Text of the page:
Oktoberfest is upon us, which means it's an excuse to drink copious amounts of beer, eat soft pretzels as big as our heads — and anything that ends in wurst — and wear funny looking shorts with suspenders. Definitely my kind of party.
Today, Oktoberfest is celebrated around the world by people of German and non-German descent alike in dozens of countries around the world. In fact Blumenau, Brazil, lays claim to the largest Oktoberfest festival outside of Germany, with over one million people indulging in 18 days of non-stop revelry.
Traditional German food just begs to be accompanied by good beer. As if by design, the flavors of German cuisine — sausages, sauerkraut, caraway, and mustard — complement their Weissbiers and lagers perfectly.
A traditional German rouladen (meaning to roll) is stuffed with mustard, pickles and bacon and slowly braised in wine and beef stock. The following is my take on the classic recipe. I omitted the bacon (gasp!) because I personally dont care for rubbery, flaccid bacon strips in my beef roll, and replaced it with some red cabbage and radishes for a nicer texture. These stuffed flank steak roll-ups are then braised in beer and beef stock, served over buttery egg noodles and topped with a caraway and horseradish spiced sour cream. They're so tasty, theyll surely have you jumping out of your lederhosen.
Beer Braised Beef Rouladen with Spiced Sour Cream
Difficulty level: 2/5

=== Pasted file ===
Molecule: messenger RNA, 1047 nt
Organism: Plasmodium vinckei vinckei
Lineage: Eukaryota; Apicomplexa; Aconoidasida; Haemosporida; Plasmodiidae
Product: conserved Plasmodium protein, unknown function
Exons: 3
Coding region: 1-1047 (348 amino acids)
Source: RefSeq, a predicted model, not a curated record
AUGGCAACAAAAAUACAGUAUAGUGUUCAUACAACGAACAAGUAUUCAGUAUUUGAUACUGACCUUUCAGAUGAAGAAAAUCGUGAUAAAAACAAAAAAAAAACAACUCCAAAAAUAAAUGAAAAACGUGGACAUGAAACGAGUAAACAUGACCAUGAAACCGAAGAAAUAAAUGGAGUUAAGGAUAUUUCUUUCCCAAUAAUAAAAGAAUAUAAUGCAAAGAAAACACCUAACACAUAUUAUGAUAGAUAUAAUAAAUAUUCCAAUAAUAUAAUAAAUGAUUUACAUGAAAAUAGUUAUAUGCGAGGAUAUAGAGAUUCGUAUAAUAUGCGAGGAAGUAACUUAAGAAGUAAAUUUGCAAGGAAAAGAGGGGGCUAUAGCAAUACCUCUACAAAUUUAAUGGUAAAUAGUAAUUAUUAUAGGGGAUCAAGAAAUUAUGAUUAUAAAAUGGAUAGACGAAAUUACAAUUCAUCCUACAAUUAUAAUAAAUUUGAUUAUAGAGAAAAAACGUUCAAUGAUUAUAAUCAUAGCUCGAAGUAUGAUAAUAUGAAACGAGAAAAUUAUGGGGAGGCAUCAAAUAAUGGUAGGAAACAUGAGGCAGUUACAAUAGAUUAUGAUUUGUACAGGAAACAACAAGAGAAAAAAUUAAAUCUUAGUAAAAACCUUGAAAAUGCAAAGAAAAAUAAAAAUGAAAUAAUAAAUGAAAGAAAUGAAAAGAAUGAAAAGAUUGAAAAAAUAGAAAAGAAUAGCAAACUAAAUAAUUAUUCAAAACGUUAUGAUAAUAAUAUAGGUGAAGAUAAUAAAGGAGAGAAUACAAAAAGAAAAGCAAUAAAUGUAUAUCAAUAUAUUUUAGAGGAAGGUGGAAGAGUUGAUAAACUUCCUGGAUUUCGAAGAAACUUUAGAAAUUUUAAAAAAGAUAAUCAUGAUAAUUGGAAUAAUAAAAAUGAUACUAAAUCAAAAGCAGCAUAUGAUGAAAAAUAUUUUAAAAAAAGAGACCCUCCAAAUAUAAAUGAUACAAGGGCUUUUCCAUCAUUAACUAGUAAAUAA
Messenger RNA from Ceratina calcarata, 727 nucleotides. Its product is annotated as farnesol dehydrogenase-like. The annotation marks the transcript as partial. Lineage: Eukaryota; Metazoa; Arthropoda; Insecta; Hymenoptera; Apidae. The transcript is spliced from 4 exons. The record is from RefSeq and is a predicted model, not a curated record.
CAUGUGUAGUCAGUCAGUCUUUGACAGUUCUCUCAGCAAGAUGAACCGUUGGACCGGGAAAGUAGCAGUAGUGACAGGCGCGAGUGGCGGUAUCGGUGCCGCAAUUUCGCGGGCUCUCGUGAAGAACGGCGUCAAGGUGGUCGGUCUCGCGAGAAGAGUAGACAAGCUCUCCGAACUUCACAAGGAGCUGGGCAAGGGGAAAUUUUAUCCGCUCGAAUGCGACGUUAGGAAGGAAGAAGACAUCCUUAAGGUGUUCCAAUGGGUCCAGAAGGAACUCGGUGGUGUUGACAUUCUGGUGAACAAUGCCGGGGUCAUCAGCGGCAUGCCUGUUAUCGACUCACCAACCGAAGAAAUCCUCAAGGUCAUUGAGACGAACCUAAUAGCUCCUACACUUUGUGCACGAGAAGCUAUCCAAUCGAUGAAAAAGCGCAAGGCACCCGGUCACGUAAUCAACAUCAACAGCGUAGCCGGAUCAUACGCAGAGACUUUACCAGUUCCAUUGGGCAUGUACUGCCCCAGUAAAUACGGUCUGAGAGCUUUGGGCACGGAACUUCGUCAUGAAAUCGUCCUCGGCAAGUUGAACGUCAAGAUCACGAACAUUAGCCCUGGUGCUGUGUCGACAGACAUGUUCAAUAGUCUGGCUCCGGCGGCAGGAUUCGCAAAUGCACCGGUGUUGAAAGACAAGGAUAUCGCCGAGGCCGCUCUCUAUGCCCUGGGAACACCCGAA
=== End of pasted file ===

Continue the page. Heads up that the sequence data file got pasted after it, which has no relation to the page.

Yield: approx. 5 portions
2 pounds flank steak sliced against the grain into thin pieces, about 6? long x 3? wide
1 cup whole grain mustard
1 cup onion, sliced thin
6 dill pickles, sliced into quarters lengthwise
1 cup red cabbage, sliced thin
1/2 cup radishes, sliced thin
1 cup flour
4 cups beef stock or broth
2- 12 ounce bottles of beer, room temperature (preferably a German beer)
2 tablespoons olive oil
4 tablespoons cornstarch mixed with 1/2 cup water
4 cups wide egg noodles, cooked (1 lb uncooked)
4 tablespoons (1/2stick) unsalted butter
Salt and pepper
Parsley, choped, for garnish
1. For each slice of beef, slather one side with mustard and top with some cabbage, radish and onions. Add a pickle slice or two, roll up and secure it with a wooden skewer. Season each rouladen with salt and pepper and lightly dredge in flour.
2. In a large deep skillet or large sauce pot on medium-high heat, add 2 tablespoons olive oil and sear beef rouladens on all sides until nicely browned. You may have to do this in two batches, depending on the size of your pot. Add enough stock and beer to cover all rouladens and reduce heat to medium. Simmer, covered, for about 1 hour until meat is tender.
3. Reserving the stock, place rouladens on a cookie sheet and cover with foil to keep warm. Bring the beef stock to a boil and add the cornstarch/water mixture. It should become viscous enough to coat the back of a spoon. Reduce heat and whisk in the butter a little at a time. Taste and adjust seasonings. Add cooked egg noodles and stir well until all noodles are coated.
Caraway Horseradish Sour Cream
2 cups sour cream
2 tablespoons fresh horseradish
2 teaspoons caraway seed, ground
Salt and pepper to taste
1. Combine all ingredients and mix well. Chill until ready to use.
Ladle sauced noodles into a large bowl or platter. Remove skewers from rouladen. Place rouladens over sauced noodles and top each with caraway horseradish sour cream. Garnish with chopped parsley and serve family style.